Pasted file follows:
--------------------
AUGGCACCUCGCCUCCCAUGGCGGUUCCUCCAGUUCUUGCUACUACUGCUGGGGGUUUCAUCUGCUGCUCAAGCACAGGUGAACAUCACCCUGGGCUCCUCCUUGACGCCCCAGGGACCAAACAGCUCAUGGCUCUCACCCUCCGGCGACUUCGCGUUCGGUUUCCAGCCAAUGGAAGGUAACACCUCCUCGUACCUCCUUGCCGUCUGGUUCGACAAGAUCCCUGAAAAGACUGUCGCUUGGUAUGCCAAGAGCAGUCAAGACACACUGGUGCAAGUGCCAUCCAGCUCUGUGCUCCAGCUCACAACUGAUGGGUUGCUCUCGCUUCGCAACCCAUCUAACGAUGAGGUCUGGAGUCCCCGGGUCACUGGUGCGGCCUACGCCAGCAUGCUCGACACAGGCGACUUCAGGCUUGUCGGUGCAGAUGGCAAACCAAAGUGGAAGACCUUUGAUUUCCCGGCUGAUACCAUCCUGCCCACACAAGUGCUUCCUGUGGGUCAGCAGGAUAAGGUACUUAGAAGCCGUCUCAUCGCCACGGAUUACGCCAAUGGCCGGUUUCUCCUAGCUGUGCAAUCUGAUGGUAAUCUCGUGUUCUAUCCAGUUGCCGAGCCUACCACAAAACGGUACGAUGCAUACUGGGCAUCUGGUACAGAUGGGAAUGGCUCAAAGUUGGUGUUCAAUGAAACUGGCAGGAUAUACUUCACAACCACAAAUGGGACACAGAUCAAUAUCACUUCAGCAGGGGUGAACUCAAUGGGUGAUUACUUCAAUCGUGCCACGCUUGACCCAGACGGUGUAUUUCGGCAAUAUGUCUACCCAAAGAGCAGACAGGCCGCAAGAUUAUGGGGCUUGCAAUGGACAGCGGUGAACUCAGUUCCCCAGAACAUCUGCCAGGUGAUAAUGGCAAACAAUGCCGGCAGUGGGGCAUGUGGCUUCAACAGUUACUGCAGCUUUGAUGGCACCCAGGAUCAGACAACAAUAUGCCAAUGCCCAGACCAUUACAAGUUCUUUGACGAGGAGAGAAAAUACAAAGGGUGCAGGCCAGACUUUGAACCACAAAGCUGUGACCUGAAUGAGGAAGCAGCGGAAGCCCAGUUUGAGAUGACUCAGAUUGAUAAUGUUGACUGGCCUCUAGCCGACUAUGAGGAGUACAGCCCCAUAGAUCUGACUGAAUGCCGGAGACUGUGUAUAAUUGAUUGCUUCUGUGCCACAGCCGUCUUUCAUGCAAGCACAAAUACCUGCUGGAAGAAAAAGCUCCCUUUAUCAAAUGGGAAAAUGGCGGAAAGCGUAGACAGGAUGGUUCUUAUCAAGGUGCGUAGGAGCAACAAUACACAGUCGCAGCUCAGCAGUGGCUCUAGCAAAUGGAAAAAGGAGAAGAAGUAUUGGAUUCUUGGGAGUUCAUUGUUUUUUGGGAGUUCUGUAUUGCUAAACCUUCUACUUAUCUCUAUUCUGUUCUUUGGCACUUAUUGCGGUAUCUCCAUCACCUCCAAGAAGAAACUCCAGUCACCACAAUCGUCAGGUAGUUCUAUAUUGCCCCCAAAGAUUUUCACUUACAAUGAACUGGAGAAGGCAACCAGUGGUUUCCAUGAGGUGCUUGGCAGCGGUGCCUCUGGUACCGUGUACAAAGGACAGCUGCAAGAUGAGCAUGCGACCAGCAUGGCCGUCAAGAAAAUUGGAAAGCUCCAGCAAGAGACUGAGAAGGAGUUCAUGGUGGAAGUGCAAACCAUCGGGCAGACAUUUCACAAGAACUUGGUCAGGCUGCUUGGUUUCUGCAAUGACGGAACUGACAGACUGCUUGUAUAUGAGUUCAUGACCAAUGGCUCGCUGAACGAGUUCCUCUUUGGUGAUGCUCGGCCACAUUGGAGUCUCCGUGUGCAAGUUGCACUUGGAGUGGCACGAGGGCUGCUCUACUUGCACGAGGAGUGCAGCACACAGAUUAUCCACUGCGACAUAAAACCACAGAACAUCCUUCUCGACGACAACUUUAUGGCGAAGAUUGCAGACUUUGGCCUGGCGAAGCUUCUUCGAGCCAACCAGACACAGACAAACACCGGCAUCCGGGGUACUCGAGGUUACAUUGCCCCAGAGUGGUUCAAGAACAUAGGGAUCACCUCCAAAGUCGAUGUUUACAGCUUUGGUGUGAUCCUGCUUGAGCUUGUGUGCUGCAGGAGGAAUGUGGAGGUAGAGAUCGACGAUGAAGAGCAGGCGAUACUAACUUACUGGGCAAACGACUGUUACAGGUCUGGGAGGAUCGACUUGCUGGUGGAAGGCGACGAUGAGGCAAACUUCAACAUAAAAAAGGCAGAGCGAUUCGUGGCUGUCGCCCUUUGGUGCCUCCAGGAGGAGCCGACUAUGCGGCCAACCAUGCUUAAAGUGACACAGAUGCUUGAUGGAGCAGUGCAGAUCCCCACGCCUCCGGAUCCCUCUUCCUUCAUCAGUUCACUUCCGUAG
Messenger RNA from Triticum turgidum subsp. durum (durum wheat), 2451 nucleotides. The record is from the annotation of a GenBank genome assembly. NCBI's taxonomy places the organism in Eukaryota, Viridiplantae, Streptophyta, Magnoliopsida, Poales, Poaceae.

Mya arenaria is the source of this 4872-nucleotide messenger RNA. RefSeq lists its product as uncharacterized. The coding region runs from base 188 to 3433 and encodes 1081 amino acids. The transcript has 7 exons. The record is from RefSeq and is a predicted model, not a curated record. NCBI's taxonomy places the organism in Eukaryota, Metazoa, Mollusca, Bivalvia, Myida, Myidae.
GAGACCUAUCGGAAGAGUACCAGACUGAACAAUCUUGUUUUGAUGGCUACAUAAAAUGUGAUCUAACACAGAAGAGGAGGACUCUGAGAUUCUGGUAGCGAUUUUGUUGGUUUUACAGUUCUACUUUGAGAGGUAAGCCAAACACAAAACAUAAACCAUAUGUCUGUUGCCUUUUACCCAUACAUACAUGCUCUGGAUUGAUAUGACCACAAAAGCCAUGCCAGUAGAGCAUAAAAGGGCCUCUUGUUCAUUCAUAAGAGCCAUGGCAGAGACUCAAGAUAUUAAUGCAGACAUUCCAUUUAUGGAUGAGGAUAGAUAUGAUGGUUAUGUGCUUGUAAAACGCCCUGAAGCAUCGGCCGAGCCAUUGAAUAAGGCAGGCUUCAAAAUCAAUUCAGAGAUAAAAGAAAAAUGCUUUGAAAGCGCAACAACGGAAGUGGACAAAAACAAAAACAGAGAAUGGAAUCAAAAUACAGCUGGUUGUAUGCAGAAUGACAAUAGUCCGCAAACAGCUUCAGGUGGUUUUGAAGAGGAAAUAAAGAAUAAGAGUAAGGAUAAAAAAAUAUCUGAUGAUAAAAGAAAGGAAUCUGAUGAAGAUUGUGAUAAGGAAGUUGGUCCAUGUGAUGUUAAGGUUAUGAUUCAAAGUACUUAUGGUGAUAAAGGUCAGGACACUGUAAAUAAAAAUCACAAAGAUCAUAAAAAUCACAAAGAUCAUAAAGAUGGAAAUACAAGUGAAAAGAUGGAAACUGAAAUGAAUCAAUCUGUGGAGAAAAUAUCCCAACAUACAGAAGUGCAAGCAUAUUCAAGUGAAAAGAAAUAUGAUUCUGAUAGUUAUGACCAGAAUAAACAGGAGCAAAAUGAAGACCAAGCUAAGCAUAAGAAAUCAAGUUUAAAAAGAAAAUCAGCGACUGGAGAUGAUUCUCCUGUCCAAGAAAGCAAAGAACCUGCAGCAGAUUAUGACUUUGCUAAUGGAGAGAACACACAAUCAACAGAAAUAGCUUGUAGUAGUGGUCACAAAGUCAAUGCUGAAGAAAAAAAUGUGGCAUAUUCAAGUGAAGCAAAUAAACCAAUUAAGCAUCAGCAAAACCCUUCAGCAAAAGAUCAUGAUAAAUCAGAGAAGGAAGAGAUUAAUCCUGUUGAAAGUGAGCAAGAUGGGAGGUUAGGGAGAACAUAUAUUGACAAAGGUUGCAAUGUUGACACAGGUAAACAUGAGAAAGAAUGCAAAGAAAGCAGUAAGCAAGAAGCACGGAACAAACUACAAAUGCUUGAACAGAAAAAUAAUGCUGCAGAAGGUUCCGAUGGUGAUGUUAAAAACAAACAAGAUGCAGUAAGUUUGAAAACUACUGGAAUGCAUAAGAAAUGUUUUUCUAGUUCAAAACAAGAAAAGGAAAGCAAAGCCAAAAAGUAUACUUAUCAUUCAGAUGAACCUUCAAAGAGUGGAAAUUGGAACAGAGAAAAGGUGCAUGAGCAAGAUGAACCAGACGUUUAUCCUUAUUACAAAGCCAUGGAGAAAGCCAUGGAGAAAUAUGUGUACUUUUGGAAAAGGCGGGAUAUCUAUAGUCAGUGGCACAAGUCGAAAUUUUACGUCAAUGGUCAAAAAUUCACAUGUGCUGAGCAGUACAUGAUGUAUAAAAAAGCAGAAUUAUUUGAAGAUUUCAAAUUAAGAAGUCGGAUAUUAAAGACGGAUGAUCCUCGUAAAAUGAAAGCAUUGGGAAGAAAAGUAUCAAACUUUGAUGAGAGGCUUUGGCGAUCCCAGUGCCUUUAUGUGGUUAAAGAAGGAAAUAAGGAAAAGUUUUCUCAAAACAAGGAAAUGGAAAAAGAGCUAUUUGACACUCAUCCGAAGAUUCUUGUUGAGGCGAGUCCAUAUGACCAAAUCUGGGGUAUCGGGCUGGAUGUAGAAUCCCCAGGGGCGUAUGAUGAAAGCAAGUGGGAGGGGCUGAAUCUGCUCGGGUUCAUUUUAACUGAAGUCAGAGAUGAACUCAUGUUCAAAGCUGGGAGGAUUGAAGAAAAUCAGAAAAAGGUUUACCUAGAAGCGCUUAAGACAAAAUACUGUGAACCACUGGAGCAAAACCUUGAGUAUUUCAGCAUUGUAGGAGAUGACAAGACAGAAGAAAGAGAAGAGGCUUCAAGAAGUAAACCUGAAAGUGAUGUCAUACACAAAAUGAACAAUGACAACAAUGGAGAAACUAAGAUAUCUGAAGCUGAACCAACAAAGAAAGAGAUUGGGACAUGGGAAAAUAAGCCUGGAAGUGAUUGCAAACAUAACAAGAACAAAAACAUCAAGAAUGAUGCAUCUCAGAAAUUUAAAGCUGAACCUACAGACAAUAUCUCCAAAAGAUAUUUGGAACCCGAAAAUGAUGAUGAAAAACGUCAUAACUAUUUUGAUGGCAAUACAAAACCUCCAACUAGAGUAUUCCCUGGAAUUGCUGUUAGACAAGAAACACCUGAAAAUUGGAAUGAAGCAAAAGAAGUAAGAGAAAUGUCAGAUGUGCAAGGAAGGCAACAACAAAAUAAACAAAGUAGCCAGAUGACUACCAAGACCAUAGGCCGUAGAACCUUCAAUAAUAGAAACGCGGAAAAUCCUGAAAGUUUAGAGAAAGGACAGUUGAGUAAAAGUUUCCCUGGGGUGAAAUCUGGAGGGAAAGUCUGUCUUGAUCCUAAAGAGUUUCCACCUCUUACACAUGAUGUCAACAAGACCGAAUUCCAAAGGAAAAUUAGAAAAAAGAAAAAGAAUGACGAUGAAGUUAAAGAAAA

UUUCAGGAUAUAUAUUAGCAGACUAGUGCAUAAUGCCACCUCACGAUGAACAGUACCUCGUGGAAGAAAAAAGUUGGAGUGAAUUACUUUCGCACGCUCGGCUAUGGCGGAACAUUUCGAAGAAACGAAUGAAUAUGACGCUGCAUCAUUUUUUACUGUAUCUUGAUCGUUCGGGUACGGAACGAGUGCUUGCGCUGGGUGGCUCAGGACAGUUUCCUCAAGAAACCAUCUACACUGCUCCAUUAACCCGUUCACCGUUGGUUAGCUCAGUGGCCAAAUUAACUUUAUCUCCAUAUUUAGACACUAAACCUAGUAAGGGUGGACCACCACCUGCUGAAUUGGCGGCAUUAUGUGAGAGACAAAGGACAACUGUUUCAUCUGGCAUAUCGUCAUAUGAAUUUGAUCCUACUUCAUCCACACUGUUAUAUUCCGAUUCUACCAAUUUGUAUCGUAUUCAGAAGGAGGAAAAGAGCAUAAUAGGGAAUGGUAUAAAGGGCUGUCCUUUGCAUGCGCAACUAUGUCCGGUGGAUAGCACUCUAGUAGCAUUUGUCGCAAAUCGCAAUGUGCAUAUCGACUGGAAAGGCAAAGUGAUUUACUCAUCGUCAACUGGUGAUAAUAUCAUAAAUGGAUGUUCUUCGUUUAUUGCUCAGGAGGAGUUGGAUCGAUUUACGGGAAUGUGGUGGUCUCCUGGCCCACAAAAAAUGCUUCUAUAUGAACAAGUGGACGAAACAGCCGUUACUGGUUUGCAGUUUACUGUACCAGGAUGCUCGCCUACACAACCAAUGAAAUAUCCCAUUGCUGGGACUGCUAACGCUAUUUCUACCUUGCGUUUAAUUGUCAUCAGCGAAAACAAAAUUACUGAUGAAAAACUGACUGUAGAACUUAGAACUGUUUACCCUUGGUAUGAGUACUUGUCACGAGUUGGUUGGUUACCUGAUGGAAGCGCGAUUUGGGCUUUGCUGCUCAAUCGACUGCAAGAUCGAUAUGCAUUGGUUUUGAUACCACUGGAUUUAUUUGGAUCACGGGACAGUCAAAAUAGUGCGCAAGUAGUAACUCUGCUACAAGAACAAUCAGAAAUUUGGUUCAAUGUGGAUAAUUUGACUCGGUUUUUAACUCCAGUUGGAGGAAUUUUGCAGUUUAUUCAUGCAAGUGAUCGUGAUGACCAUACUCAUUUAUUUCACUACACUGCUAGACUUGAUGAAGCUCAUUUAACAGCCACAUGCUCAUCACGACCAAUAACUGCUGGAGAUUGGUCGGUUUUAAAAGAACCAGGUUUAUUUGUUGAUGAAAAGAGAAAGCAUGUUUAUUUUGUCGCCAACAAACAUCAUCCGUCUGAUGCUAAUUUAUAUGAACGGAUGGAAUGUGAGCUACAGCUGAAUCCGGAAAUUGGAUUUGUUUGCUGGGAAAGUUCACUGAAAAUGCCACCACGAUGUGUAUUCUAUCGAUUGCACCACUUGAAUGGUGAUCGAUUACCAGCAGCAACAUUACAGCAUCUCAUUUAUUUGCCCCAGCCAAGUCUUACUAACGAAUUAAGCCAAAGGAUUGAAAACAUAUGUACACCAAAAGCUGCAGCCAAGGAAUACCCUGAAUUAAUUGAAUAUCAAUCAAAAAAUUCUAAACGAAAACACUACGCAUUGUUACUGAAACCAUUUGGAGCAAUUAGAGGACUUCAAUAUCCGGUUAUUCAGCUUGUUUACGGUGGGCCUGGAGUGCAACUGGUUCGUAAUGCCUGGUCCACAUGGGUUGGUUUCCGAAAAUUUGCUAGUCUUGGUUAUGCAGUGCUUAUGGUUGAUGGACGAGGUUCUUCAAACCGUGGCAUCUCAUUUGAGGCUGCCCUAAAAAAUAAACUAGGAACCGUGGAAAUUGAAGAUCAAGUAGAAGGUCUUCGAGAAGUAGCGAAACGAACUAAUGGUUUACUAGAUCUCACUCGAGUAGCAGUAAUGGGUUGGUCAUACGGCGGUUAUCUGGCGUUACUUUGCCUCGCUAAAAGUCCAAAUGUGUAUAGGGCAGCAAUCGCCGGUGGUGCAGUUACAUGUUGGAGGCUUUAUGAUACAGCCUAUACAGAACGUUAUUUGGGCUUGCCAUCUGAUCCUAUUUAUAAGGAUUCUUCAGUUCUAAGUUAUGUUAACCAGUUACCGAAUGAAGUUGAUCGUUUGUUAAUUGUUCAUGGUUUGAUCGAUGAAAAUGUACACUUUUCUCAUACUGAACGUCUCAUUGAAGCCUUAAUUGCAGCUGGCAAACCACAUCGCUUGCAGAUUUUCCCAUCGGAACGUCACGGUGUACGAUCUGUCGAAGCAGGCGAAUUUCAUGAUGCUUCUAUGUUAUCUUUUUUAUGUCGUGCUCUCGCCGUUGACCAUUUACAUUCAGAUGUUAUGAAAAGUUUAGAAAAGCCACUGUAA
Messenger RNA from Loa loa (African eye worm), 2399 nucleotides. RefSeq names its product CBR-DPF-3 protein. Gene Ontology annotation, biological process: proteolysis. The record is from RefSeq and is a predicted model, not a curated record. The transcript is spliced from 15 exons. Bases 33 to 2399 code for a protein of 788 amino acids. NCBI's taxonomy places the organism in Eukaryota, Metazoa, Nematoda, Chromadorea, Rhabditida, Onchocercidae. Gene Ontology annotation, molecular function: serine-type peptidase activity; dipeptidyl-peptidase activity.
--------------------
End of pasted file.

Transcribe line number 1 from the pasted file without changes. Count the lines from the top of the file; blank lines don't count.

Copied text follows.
AUGGCACCUCGCCUCCCAUGGCGGUUCCUCCAGUUCUUGCUACUACUGCUGGGGGUUUCAUCUGCUGCUCAAGCACAGGUGAACAUCACCCUGGGCUCCUCCUUGACGCCCCAGGGACCAAACAGCUCAUGGCUCUCACCCUCCGGCGACUUCGCGUUCGGUUUCCAGCCAAUGGAAGGUAACACCUCCUCGUACCUCCUUGCCGUCUGGUUCGACAAGAUCCCUGAAAAGACUGUCGCUUGGUAUGCCAAGAGCAGUCAAGACACACUGGUGCAAGUGCCAUCCAGCUCUGUGCUCCAGCUCACAACUGAUGGGUUGCUCUCGCUUCGCAACCCAUCUAACGAUGAGGUCUGGAGUCCCCGGGUCACUGGUGCGGCCUACGCCAGCAUGCUCGACACAGGCGACUUCAGGCUUGUCGGUGCAGAUGGCAAACCAAAGUGGAAGACCUUUGAUUUCCCGGCUGAUACCAUCCUGCCCACACAAGUGCUUCCUGUGGGUCAGCAGGAUAAGGUACUUAGAAGCCGUCUCAUCGCCACGGAUUACGCCAAUGGCCGGUUUCUCCUAGCUGUGCAAUCUGAUGGUAAUCUCGUGUUCUAUCCAGUUGCCGAGCCUACCACAAAACGGUACGAUGCAUACUGGGCAUCUGGUACAGAUGGGAAUGGCUCAAAGUUGGUGUUCAAUGAAACUGGCAGGAUAUACUUCACAACCACAAAUGGGACACAGAUCAAUAUCACUUCAGCAGGGGUGAACUCAAUGGGUGAUUACUUCAAUCGUGCCACGCUUGACCCAGACGGUGUAUUUCGGCAAUAUGUCUACCCAAAGAGCAGACAGGCCGCAAGAUUAUGGGGCUUGCAAUGGACAGCGGUGAACUCAGUUCCCCAGAACAUCUGCCAGGUGAUAAUGGCAAACAAUGCCGGCAGUGGGGCAUGUGGCUUCAACAGUUACUGCAGCUUUGAUGGCACCCAGGAUCAGACAACAAUAUGCCAAUGCCCAGACCAUUACAAGUUCUUUGACGAGGAGAGAAAAUACAAAGGGUGCAGGCCAGACUUUGAACCACAAAGCUGUGACCUGAAUGAGGAAGCAGCGGAAGCCCAGUUUGAGAUGACUCAGAUUGAUAAUGUUGACUGGCCUCUAGCCGACUAUGAGGAGUACAGCCCCAUAGAUCUGACUGAAUGCCGGAGACUGUGUAUAAUUGAUUGCUUCUGUGCCACAGCCGUCUUUCAUGCAAGCACAAAUACCUGCUGGAAGAAAAAGCUCCCUUUAUCAAAUGGGAAAAUGGCGGAAAGCGUAGACAGGAUGGUUCUUAUCAAGGUGCGUAGGAGCAACAAUACACAGUCGCAGCUCAGCAGUGGCUCUAGCAAAUGGAAAAAGGAGAAGAAGUAUUGGAUUCUUGGGAGUUCAUUGUUUUUUGGGAGUUCUGUAUUGCUAAACCUUCUACUUAUCUCUAUUCUGUUCUUUGGCACUUAUUGCGGUAUCUCCAUCACCUCCAAGAAGAAACUCCAGUCACCACAAUCGUCAGGUAGUUCUAUAUUGCCCCCAAAGAUUUUCACUUACAAUGAACUGGAGAAGGCAACCAGUGGUUUCCAUGAGGUGCUUGGCAGCGGUGCCUCUGGUACCGUGUACAAAGGACAGCUGCAAGAUGAGCAUGCGACCAGCAUGGCCGUCAAGAAAAUUGGAAAGCUCCAGCAAGAGACUGAGAAGGAGUUCAUGGUGGAAGUGCAAACCAUCGGGCAGACAUUUCACAAGAACUUGGUCAGGCUGCUUGGUUUCUGCAAUGACGGAACUGACAGACUGCUUGUAUAUGAGUUCAUGACCAAUGGCUCGCUGAACGAGUUCCUCUUUGGUGAUGCUCGGCCACAUUGGAGUCUCCGUGUGCAAGUUGCACUUGGAGUGGCACGAGGGCUGCUCUACUUGCACGAGGAGUGCAGCACACAGAUUAUCCACUGCGACAUAAAACCACAGAACAUCCUUCUCGACGACAACUUUAUGGCGAAGAUUGCAGACUUUGGCCUGGCGAAGCUUCUUCGAGCCAACCAGACACAGACAAACACCGGCAUCCGGGGUACUCGAGGUUACAUUGCCCCAGAGUGGUUCAAGAACAUAGGGAUCACCUCCAAAGUCGAUGUUUACAGCUUUGGUGUGAUCCUGCUUGAGCUUGUGUGCUGCAGGAGGAAUGUGGAGGUAGAGAUCGACGAUGAAGAGCAGGCGAUACUAACUUACUGGGCAAACGACUGUUACAGGUCUGGGAGGAUCGACUUGCUGGUGGAAGGCGACGAUGAGGCAAACUUCAACAUAAAAAAGGCAGAGCGAUUCGUGGCUGUCGCCCUUUGGUGCCUCCAGGAGGAGCCGACUAUGCGGCCAACCAUGCUUAAAGUGACACAGAUGCUUGAUGGAGCAGUGCAGAUCCCCACGCCUCCGGAUCCCUCUUCCUUCAUCAGUUCACUUCCGUAG